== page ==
An interesting footnote to the belief that New England was filled with heathens thriving in the Devil’s dominion was that when the witchcraft hysteria swept New England in the 17th century Natives were not singled out for punishment. Puritans, it appears, were more suspicious of the Devil working through their fellow English than of the Natives of New England. Even though the New English wilderness contained Biblical evil, Native’s of the region were rarely prosecuted or suspected of maleficum.


© Copyright site content Asymmetric Creativity/Kevin Cooney (asymmetriccreativity.wordpress.com) 2014-. All rights reserved. Text may not be used without explicit permission.

Salem Witch Hysteria and PTSD Roots Pt. II

burroughs2(Note: The following is an expanded excerpt of a paper I wrote for a Magic and Witchcraft class. For Part I to the article, click here.)

In April of 1692, with witch trial testimonies in full swing, Thomas Putnam claimed his daughter Ann was visited by the spectral figure of Reverend George Burroughs who proceeded to torture the young girl. A month later, Ann Putnam testified that two apparitions appeared to her. According to Ann they were the wives of Burroughs, allegedly killed by the minister’s own hand. The constant whisper of his mistreated spouses followed Burroughs from his earliest days in Salem Village through his forcible return as witch cabal leader. His second wife, widow Sarah Ruck Hathorne whom he married in 1682, was the sister-in-law of Essex County Magistrate John Hathorne, a man who became deeply involved in the later witchcraft accusations against Burroughs. Sarah Hathorne Burroughs died in Falmouth, Maine in 1689.

Mercy Lewis, a young woman with personal history with Burroughs, then charged the minister with also appearing as a specter to her in May. Burroughs allegedly went to Lewis to get her to sign a pact with the Devil as well as try to recruit other area girls into his diabolic scheme.

It seems clear that even if the barest of historical accounts of Minister Burroughs are accurate, he cut an unusual, potentially fiery and eccentric frontier character. Known for unusual strength, like lifting a long musket with a single hand or hoisting a filled barrel with just his fingers, Burroughs may have also been in conflict with the Puritan fathers over faith.

Accusations of witchcraft further enflamed the war scars of southern New England. Ann Putnam Jr. reportedly told investigators that Burroughs had bewitched the soldiers of Governor Edmund Andros in 1688-1689. Several figures key to the Salem witch hysteria, like Magistrates John Hathorne and Johnathan Corwin whose fact finding efforts in Maine may have led to the decision to leave Falmouth virtually defenseless during 1690s mass Abanaki assault, made a variety of mistakes during King William’s War. It seems that war-time shortcomings may have been projected onto Burroughs during the trial. Hathorne and Corwin were the lead inquisitors in Salem and pressed a confession from young Abigail Hobbs who claimed she had been approached by the Devil in the woods outside Falmouth, Maine four years earlier. Hobbs was yet another Casco Bay refugee driven to the Village. The solicitation in the woods was not happenstance as the woods were widely regarded as an evil place.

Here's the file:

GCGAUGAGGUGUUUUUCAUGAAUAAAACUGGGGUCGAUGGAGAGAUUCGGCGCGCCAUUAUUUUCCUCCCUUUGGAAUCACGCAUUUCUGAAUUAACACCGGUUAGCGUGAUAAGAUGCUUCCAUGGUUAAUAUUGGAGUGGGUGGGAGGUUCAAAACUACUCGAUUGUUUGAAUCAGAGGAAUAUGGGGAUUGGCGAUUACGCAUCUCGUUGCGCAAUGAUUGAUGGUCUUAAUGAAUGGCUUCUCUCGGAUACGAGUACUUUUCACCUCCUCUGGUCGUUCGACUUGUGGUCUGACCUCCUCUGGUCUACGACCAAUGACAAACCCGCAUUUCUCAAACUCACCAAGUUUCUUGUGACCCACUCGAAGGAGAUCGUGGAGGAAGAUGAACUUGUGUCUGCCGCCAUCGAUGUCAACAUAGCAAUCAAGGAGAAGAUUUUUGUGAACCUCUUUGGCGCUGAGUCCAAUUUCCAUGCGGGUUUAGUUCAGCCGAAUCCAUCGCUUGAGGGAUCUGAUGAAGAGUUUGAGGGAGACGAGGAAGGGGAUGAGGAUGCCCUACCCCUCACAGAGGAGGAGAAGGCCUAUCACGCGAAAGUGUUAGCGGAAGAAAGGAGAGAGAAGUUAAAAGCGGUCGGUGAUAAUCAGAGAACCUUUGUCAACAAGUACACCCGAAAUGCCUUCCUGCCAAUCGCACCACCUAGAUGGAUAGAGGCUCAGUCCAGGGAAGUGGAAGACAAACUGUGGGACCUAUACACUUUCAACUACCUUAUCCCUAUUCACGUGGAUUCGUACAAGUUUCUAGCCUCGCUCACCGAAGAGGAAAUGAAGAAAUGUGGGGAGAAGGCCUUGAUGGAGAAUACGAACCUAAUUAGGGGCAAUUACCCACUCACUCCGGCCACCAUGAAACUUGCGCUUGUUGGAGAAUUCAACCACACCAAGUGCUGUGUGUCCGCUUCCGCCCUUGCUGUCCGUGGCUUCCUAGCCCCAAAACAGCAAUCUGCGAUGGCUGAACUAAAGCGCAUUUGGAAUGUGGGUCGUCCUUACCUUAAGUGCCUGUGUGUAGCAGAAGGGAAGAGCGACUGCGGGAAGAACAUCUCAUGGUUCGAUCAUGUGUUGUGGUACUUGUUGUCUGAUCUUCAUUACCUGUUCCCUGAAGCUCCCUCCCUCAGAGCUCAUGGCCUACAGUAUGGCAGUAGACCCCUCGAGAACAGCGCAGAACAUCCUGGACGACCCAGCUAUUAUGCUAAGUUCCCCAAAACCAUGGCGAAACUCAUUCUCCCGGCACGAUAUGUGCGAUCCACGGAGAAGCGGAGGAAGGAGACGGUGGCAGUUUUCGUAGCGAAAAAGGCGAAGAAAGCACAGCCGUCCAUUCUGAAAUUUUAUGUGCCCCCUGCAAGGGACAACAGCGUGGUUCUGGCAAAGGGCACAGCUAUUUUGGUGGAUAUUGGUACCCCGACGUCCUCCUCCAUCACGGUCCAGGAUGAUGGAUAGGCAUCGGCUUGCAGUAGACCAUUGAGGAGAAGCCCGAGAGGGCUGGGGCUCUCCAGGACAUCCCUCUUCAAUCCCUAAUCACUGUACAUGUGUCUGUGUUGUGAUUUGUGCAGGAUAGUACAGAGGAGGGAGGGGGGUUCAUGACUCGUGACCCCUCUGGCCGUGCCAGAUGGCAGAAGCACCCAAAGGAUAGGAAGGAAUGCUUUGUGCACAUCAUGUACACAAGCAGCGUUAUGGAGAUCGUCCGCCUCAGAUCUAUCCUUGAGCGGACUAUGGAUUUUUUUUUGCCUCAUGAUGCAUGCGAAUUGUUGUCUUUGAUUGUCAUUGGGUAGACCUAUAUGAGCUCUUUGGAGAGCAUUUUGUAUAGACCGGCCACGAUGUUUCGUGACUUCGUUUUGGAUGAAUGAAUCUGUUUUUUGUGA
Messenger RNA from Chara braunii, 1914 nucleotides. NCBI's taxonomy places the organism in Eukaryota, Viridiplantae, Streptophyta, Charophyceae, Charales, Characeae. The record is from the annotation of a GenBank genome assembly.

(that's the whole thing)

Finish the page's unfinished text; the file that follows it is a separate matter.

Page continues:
Was the psychological hysteria of Salem’s young women a manifestation of the stress of war, communal squabbles and frontier life? Post Traumatic Stress Disorder is a widely accepted psychological diagnosis that could be applied to the accusers. However, the individual nature of PTSD does not properly grapple with the group dynamic that gave credence to the wild accusations. Epidemic hysteria, a physical or psychological manic state manifested by a group, seems to fit the Salem case perfectly. Provoked by stress and nurtured by community values or worries, epidemic hysteria has several recorded instances in Europe, from a Black Death induced mass dance hysteria in German to the French “Barkers” who crawled around like dogs, social stress can spread like a thought virus through a community. Could the young women of Salem, reeling from war and reflecting the spiritual worries of their communities; and personal prejudices of their parents have turned to Burroughs as scapegoat? Was Mercy Lewis, who was familiar with Burroughs unconventional ministerial style as well as intimate to his household, the well from which the prejudice sprung from? Could Mercy Lewis, scarred by war and fallen from a position of affluence, also been witness to or possibly victim of Burroughs reputed ill temper during her brief time as maidservant?

Inarguably an unconventional clergyman Burroughs easily becomes the apostate minster of Satan in New England when portrayed by the vivid imaginations of young women, isolated and near a zone of conflict. Death loomed with each raid, Satan rallied his forces in the treeline and frontiersmen needed a strong spiritual figure to guide them in a time of war. Burroughs was effortlessly painted as a failed, questionable religious leader, with a rebellious desire to live apart from the civility and strict leadership of Massachusetts Bay. When viewed through the critical lens of Salem Village religious leaders, Burroughs became not only an enemy of the village, but the colony and the Puritan faith. The men of Massachusetts had gone to war in Maine and returned with losses, physical and financial. Stung by these defeats, it seems their judgment may have been clouded when presented with a figure as odd and spiritually unconventional as Burroughs. The wayward Burroughs was a casualty at the confluence of personal circumstances, religious prejudices and group psychological trauma that led to his execution as leader of the mythic witches of Salem Village.